A new approach to traditional high school gym class dramatically increases how often teens exercise outside of school.
Researchers at Ohio State and Denison universities developed and tested the new program in which students at a rural Ohio high school learned how create a personalized exercise program. The students spent one gym class each week learning the skills necessary for planning a lifelong exercise program.
Nearly half of the students said that they spent no time exercising outside of school prior to beginning the program. That number dropped to less than one in 10 students once the program ended.
“Traditional gym classes don't work for many students,” said Rick Petosa, a study co-author and an associate professor of physical activity and educational services at Ohio State. “Sports-based physical education does not increase physical activity outside of school.”
The new approach to gym class, called “Planning to be Active,” was developed by Petosa and Brian Hortz, an assistant professor of physical education at Denison University in Granville, Ohio.
“Most current physical education research focuses on increasing the number of minutes of physical activity in the classroom,” Hortz said. “Instead of exercising during class time, we had students spend their time thinking about, planning and analyzing their approach to exercise outside of the classroom.”
The results appear in a recent issue of the Journal of Adolescent Health.
The study included 143 students from the same high school – the intervention school – to participate in the new program. An additional 97 students from a neighboring high school served as a comparison group – Hortz did not present the new program to these students.
Students at both schools attended physical education classes five days a week, where the emphasis was on learning the skills necessary to participate in sports.
Each week for eight weeks, Hortz met with the students at the intervention school during one gym class period.
During these lessons the students learned how to develop their own personal exercise plan. For example, some students planned to exercise with family and friends, while other students chose to exercise alone.
“The program encouraged students to plan the way that they preferred to be active,” Hortz said.
The intervention group participated in sport-related activities during their other daily gym classes.
All students were asked to keep a seven-day record of how often they exercised outside of normal school hours (between 8 a.m. and 3 p.m.) They kept these written records at two different times – one week before the program started and the week after the program ended. A 30-minute exercise session counted as a workout for a day.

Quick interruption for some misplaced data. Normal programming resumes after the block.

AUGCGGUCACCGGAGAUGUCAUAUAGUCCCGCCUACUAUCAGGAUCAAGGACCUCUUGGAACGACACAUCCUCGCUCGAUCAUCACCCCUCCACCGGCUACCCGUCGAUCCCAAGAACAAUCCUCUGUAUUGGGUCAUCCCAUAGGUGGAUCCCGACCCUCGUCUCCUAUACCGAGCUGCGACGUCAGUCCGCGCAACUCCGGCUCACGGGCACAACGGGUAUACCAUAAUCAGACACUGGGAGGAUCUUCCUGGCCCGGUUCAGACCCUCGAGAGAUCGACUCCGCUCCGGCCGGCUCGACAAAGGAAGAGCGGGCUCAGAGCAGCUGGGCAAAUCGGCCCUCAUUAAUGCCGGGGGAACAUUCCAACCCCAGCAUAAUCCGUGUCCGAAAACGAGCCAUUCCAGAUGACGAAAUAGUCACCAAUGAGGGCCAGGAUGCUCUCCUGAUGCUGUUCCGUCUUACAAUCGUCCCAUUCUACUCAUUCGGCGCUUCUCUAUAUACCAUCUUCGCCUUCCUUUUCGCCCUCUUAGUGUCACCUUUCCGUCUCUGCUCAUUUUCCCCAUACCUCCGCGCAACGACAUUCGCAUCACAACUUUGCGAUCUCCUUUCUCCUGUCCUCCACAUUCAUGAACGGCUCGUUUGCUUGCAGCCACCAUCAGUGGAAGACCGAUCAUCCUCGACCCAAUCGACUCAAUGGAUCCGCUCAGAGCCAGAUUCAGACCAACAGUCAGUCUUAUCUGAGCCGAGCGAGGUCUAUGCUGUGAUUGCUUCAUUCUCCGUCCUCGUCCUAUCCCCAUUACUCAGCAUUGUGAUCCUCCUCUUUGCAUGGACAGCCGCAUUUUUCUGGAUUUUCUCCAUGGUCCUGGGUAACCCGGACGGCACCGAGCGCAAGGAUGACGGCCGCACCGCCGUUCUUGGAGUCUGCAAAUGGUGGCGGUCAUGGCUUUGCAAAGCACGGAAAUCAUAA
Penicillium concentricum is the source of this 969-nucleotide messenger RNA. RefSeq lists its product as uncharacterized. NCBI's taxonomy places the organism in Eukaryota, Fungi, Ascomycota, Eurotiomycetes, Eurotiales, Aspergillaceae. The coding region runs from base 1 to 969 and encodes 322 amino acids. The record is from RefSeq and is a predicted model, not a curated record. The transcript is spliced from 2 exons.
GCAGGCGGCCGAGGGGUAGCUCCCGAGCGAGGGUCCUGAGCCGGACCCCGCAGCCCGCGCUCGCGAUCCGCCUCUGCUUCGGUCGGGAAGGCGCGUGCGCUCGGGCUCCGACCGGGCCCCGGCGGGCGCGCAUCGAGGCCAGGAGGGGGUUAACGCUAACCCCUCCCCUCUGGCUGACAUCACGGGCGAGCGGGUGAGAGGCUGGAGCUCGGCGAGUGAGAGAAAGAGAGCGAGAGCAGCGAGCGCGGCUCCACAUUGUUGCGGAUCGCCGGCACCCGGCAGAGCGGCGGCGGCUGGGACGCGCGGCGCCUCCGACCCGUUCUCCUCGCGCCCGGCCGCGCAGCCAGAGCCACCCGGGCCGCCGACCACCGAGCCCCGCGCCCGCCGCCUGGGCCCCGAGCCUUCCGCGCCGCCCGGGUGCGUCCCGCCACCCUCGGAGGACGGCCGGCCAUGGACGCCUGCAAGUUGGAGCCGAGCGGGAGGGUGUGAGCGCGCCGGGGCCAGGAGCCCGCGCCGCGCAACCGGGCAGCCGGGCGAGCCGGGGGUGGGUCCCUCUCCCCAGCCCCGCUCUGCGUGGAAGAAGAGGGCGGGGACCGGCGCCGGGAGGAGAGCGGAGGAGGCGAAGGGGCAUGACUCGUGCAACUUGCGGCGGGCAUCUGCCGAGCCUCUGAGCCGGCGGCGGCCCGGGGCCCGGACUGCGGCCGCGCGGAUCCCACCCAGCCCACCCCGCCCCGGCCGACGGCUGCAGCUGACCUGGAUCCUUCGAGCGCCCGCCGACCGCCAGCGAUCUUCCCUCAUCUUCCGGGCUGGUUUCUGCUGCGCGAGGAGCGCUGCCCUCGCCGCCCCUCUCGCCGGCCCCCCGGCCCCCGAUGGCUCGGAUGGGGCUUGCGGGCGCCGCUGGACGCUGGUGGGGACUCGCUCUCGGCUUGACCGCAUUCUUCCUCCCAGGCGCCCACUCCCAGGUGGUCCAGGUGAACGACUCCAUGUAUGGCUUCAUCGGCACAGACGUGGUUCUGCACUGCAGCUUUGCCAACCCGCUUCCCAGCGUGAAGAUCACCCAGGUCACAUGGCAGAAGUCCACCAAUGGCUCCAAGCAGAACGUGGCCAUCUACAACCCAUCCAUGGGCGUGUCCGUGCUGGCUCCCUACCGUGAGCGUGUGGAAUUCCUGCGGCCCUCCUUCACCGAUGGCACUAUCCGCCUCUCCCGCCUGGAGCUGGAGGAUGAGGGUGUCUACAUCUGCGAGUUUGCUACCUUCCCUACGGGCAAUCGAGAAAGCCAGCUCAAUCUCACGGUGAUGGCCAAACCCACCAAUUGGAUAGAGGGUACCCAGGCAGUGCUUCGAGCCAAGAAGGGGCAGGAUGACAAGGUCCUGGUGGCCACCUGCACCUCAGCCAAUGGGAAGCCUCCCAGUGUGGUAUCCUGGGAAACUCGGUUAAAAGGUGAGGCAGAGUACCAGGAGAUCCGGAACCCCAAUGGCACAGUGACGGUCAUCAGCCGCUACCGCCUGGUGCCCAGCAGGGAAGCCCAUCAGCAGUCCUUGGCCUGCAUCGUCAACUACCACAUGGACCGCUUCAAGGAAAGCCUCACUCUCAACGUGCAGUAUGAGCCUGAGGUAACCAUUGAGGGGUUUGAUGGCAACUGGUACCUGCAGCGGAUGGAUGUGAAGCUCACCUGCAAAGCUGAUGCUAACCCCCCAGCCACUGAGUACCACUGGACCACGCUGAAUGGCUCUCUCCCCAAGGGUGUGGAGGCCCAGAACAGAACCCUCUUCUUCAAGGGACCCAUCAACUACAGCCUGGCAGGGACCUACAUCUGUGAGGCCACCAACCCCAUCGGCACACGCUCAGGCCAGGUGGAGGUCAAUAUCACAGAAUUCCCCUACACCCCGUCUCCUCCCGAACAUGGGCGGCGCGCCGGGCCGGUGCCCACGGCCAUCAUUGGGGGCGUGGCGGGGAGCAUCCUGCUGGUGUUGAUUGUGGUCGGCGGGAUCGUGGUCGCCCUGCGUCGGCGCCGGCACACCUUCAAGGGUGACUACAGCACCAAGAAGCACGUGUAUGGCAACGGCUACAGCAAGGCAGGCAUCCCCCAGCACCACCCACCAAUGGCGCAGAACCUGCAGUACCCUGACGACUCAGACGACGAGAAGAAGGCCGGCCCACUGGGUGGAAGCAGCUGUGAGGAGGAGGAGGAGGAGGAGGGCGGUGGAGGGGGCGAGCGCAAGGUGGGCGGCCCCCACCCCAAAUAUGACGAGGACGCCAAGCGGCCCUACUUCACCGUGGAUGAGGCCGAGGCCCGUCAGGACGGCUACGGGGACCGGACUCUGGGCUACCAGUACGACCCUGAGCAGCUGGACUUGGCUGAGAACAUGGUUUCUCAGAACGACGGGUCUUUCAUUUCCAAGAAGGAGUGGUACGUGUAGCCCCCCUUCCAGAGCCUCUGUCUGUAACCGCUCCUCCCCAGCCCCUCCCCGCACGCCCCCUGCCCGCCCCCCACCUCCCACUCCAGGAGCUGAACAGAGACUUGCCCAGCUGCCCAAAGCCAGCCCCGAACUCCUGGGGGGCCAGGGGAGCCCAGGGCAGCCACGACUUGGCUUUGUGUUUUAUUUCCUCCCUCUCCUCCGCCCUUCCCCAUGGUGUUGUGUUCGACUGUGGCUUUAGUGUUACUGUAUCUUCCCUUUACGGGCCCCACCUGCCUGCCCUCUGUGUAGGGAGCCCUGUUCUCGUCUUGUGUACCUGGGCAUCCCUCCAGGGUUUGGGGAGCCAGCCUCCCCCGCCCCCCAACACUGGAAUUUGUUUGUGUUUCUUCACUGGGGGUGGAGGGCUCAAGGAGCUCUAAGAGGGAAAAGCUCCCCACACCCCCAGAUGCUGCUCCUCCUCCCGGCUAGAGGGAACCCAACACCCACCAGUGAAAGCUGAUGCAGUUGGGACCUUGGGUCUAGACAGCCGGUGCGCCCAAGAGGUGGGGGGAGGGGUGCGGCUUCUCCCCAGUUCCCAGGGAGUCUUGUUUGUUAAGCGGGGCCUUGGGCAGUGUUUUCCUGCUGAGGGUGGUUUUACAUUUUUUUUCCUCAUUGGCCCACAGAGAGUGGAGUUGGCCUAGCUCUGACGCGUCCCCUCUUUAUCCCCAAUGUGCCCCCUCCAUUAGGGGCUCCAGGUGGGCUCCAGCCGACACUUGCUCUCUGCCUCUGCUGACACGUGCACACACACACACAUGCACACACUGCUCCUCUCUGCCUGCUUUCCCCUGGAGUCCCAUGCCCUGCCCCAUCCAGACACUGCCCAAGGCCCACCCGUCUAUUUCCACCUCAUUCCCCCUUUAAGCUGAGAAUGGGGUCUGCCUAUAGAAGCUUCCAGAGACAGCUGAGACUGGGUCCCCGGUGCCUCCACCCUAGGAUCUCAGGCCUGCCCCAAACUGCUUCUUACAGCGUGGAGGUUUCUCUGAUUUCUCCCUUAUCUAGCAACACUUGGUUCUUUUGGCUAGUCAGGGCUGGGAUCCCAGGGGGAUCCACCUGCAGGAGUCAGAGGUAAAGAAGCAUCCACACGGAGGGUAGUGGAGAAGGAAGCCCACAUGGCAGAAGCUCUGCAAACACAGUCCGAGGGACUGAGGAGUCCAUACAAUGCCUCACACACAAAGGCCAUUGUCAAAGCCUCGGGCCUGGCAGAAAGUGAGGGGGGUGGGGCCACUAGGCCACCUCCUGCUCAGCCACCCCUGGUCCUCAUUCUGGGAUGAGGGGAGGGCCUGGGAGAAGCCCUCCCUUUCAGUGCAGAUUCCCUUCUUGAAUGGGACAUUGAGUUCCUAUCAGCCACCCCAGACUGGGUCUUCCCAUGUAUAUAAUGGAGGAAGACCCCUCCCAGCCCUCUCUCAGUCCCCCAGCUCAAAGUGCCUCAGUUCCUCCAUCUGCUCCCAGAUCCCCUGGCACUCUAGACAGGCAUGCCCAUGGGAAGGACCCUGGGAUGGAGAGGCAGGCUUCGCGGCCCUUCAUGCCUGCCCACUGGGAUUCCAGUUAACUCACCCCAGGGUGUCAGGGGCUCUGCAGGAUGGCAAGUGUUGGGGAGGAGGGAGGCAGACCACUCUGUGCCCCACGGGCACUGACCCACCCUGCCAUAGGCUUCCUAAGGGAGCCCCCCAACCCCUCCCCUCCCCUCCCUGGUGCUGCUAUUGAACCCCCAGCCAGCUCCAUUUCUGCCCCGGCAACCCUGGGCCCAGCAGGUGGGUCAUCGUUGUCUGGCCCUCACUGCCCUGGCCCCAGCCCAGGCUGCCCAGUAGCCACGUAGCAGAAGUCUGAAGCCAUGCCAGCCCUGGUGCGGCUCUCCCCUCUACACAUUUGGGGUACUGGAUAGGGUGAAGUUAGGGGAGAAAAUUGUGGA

At the beginning of the study, nearly half of the students (46.9 percent) participating in the intervention program said they spent no time exercising outside of school.
By the end of the study, that shrank to less than one in 10 students (9.1 percent.) Walking, bicycling and small group games, such as three-on-three basketball, were among the top activities students participated in during their leisure time.
“These findings suggest that the program encouraged sedentary students to become active,” Petosa said. “Exercise doesn't have to be a strenuous, heart-pounding, sweat-inducing session that leads to exhaustion. In fact, research shows significant health benefits can be gained when a sedentary person becomes moderately active.”
The Center for Disease Control and Prevention recommends that teenagers get 30 minutes of moderately intense physical activity each day. Walking briskly, which many students in this study said that they did, qualifies as moderate exercise.
By the end of the study, the students from the intervention group increased the number of days they exercised to nearly three days (2.94 days), up from 0.89 days at the study's beginning. The comparison group only increased their work out frequency by half a day, from 1.34 days to 1.81 days.
The number of students who worked out at a moderate pace four or more days a week increased eight-fold (from 4.2 percent to 33.6 percent.)
“We conducted the study from January to March, when it was most convenient for the school systems in the study,” Hortz said. “The slight rise in activity among students in the comparison group may be due to the fact that the weather improved, making it more conducive to exercising outdoors.”
Hortz and Petosa are continuing their collaboration, and are currently evaluating the program in about a half-dozen high schools this school year.
“Physical activity starts to decline during adolescence and continues to do so throughout adulthood,” Hortz said. “We're trying to help change students' attitudes toward physical activity. This program lets them exercise whenever, however and wherever they want to.”
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